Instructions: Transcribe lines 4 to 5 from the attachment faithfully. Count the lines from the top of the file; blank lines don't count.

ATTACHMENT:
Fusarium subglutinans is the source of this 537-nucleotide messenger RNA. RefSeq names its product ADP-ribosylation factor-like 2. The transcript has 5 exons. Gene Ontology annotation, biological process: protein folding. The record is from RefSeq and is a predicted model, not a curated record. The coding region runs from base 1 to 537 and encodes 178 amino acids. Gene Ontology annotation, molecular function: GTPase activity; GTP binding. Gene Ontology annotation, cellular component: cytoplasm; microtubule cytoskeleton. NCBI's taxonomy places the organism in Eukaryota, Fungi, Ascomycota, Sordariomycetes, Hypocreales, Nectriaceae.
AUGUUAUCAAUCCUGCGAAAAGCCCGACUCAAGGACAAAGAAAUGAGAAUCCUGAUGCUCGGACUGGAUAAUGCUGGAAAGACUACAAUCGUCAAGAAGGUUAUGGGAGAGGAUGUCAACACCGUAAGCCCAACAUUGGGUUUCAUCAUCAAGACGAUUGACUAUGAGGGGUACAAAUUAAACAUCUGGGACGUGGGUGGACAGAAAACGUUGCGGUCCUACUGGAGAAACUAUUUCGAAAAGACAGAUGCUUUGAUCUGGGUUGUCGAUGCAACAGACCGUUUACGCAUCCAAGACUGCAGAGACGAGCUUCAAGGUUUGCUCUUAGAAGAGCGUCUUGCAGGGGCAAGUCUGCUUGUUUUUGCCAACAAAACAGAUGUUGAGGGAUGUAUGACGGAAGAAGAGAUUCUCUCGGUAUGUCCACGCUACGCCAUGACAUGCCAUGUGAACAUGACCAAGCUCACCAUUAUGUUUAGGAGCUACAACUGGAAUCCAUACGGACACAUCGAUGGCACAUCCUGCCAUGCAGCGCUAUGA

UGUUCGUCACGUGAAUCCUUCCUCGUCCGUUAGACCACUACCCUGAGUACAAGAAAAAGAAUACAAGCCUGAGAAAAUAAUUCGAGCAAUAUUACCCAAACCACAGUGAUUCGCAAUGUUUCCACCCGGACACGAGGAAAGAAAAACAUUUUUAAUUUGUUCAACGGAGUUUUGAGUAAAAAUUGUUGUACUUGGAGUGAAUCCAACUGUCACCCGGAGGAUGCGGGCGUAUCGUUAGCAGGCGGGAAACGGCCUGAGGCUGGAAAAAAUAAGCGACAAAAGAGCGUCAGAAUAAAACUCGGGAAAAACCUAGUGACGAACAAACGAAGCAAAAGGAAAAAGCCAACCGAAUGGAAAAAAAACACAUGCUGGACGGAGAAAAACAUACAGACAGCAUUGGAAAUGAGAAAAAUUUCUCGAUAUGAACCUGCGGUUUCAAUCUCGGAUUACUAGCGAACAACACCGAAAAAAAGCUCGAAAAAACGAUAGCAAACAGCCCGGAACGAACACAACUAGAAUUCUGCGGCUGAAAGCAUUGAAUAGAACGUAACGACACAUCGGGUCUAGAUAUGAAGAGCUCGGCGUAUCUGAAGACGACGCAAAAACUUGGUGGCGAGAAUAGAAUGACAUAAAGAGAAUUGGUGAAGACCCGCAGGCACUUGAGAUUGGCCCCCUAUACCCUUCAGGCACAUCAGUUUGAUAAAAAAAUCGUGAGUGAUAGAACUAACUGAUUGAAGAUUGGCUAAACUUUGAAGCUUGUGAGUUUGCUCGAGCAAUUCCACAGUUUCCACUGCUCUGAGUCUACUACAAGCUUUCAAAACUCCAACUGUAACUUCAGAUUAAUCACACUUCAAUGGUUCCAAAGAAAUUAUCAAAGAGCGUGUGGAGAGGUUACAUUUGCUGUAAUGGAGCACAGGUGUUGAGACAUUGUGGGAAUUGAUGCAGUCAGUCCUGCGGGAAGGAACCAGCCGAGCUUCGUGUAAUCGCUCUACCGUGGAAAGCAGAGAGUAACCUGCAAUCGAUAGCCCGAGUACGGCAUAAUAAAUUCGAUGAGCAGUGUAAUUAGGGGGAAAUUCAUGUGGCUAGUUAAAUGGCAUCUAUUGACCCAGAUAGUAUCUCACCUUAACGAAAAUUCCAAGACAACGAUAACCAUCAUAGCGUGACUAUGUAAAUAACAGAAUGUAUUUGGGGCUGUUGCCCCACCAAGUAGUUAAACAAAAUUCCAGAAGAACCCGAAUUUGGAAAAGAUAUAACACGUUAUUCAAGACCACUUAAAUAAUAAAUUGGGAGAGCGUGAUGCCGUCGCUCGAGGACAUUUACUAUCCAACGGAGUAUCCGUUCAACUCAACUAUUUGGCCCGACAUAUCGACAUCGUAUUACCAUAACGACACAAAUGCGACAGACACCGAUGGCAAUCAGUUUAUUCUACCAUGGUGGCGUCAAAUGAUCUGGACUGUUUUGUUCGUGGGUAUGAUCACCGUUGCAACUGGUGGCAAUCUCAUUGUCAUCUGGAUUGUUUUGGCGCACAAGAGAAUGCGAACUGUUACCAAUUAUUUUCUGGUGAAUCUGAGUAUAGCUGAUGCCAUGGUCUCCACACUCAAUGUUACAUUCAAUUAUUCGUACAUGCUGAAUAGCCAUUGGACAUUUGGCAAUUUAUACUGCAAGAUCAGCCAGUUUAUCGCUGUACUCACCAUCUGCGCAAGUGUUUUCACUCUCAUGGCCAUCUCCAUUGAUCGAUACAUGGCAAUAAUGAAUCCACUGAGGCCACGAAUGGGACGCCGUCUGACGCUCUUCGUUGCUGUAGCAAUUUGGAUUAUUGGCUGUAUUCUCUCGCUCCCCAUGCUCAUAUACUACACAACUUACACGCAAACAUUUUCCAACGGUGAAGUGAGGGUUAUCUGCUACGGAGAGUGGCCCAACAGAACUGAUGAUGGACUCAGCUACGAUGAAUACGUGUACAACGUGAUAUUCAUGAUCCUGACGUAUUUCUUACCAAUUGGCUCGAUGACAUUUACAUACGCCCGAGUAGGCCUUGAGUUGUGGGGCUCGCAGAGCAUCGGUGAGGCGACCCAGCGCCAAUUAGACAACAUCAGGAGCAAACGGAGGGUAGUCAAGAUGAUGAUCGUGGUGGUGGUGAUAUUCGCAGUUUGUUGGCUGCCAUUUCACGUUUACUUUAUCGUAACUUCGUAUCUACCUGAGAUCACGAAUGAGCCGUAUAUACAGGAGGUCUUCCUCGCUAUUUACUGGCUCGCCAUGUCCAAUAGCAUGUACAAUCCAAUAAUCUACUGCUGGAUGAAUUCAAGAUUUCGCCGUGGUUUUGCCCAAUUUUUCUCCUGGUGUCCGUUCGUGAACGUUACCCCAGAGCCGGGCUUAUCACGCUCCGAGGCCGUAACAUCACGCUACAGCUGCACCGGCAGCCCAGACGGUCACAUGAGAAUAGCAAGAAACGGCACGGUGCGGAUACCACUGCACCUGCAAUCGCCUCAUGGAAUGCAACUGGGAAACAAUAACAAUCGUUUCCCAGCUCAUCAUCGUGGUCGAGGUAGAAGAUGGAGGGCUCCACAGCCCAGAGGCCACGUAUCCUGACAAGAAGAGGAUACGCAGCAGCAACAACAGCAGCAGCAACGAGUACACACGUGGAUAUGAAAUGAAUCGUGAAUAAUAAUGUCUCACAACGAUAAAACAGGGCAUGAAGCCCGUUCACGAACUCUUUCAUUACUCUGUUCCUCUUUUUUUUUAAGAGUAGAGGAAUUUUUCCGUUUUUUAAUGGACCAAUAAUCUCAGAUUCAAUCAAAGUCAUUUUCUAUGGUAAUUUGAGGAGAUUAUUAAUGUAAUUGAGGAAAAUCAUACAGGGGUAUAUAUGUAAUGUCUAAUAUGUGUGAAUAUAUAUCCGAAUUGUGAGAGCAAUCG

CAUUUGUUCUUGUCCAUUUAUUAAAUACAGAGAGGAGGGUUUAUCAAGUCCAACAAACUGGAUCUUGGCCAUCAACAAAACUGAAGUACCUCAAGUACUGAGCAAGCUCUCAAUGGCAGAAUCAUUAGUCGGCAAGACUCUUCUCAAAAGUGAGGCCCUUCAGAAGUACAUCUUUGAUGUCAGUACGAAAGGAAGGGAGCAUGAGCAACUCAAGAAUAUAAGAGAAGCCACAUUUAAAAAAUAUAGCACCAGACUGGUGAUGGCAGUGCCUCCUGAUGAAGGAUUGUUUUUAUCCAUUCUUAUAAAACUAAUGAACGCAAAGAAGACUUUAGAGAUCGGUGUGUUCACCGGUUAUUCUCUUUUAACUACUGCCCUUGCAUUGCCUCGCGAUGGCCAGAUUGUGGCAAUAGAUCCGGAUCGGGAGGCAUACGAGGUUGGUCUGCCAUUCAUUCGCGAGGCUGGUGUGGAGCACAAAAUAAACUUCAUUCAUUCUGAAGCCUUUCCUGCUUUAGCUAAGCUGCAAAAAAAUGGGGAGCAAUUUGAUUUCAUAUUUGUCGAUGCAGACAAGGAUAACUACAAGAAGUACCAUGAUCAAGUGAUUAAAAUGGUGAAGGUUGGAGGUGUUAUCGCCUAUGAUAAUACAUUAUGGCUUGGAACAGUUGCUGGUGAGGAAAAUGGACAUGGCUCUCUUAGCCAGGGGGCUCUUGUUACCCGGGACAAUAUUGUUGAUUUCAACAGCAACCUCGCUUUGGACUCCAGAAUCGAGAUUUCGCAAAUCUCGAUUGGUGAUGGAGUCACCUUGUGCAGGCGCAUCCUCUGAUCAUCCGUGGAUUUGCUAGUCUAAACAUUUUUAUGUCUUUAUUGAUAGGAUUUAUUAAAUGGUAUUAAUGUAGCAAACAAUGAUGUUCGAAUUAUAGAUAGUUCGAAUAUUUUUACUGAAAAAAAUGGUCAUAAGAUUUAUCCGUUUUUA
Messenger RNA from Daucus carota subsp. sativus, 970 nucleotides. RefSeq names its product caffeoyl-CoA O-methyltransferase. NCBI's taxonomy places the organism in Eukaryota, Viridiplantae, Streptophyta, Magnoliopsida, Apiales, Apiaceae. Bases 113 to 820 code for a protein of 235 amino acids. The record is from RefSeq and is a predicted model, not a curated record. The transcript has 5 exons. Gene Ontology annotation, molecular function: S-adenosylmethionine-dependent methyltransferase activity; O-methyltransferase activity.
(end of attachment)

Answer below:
CAUUUGUUCUUGUCCAUUUAUUAAAUACAGAGAGGAGGGUUUAUCAAGUCCAACAAACUGGAUCUUGGCCAUCAACAAAACUGAAGUACCUCAAGUACUGAGCAAGCUCUCAAUGGCAGAAUCAUUAGUCGGCAAGACUCUUCUCAAAAGUGAGGCCCUUCAGAAGUACAUCUUUGAUGUCAGUACGAAAGGAAGGGAGCAUGAGCAACUCAAGAAUAUAAGAGAAGCCACAUUUAAAAAAUAUAGCACCAGACUGGUGAUGGCAGUGCCUCCUGAUGAAGGAUUGUUUUUAUCCAUUCUUAUAAAACUAAUGAACGCAAAGAAGACUUUAGAGAUCGGUGUGUUCACCGGUUAUUCUCUUUUAACUACUGCCCUUGCAUUGCCUCGCGAUGGCCAGAUUGUGGCAAUAGAUCCGGAUCGGGAGGCAUACGAGGUUGGUCUGCCAUUCAUUCGCGAGGCUGGUGUGGAGCACAAAAUAAACUUCAUUCAUUCUGAAGCCUUUCCUGCUUUAGCUAAGCUGCAAAAAAAUGGGGAGCAAUUUGAUUUCAUAUUUGUCGAUGCAGACAAGGAUAACUACAAGAAGUACCAUGAUCAAGUGAUUAAAAUGGUGAAGGUUGGAGGUGUUAUCGCCUAUGAUAAUACAUUAUGGCUUGGAACAGUUGCUGGUGAGGAAAAUGGACAUGGCUCUCUUAGCCAGGGGGCUCUUGUUACCCGGGACAAUAUUGUUGAUUUCAACAGCAACCUCGCUUUGGACUCCAGAAUCGAGAUUUCGCAAAUCUCGAUUGGUGAUGGAGUCACCUUGUGCAGGCGCAUCCUCUGAUCAUCCGUGGAUUUGCUAGUCUAAACAUUUUUAUGUCUUUAUUGAUAGGAUUUAUUAAAUGGUAUUAAUGUAGCAAACAAUGAUGUUCGAAUUAUAGAUAGUUCGAAUAUUUUUACUGAAAAAAAUGGUCAUAAGAUUUAUCCGUUUUUA
Messenger RNA from Daucus carota subsp. sativus, 970 nucleotides. RefSeq names its product caffeoyl-CoA O-methyltransferase. NCBI's taxonomy places the organism in Eukaryota, Viridiplantae, Streptophyta, Magnoliopsida, Apiales, Apiaceae. Bases 113 to 820 code for a protein of 235 amino acids. The record is from RefSeq and is a predicted model, not a curated record. The transcript has 5 exons. Gene Ontology annotation, molecular function: S-adenosylmethionine-dependent methyltransferase activity; O-methyltransferase activity.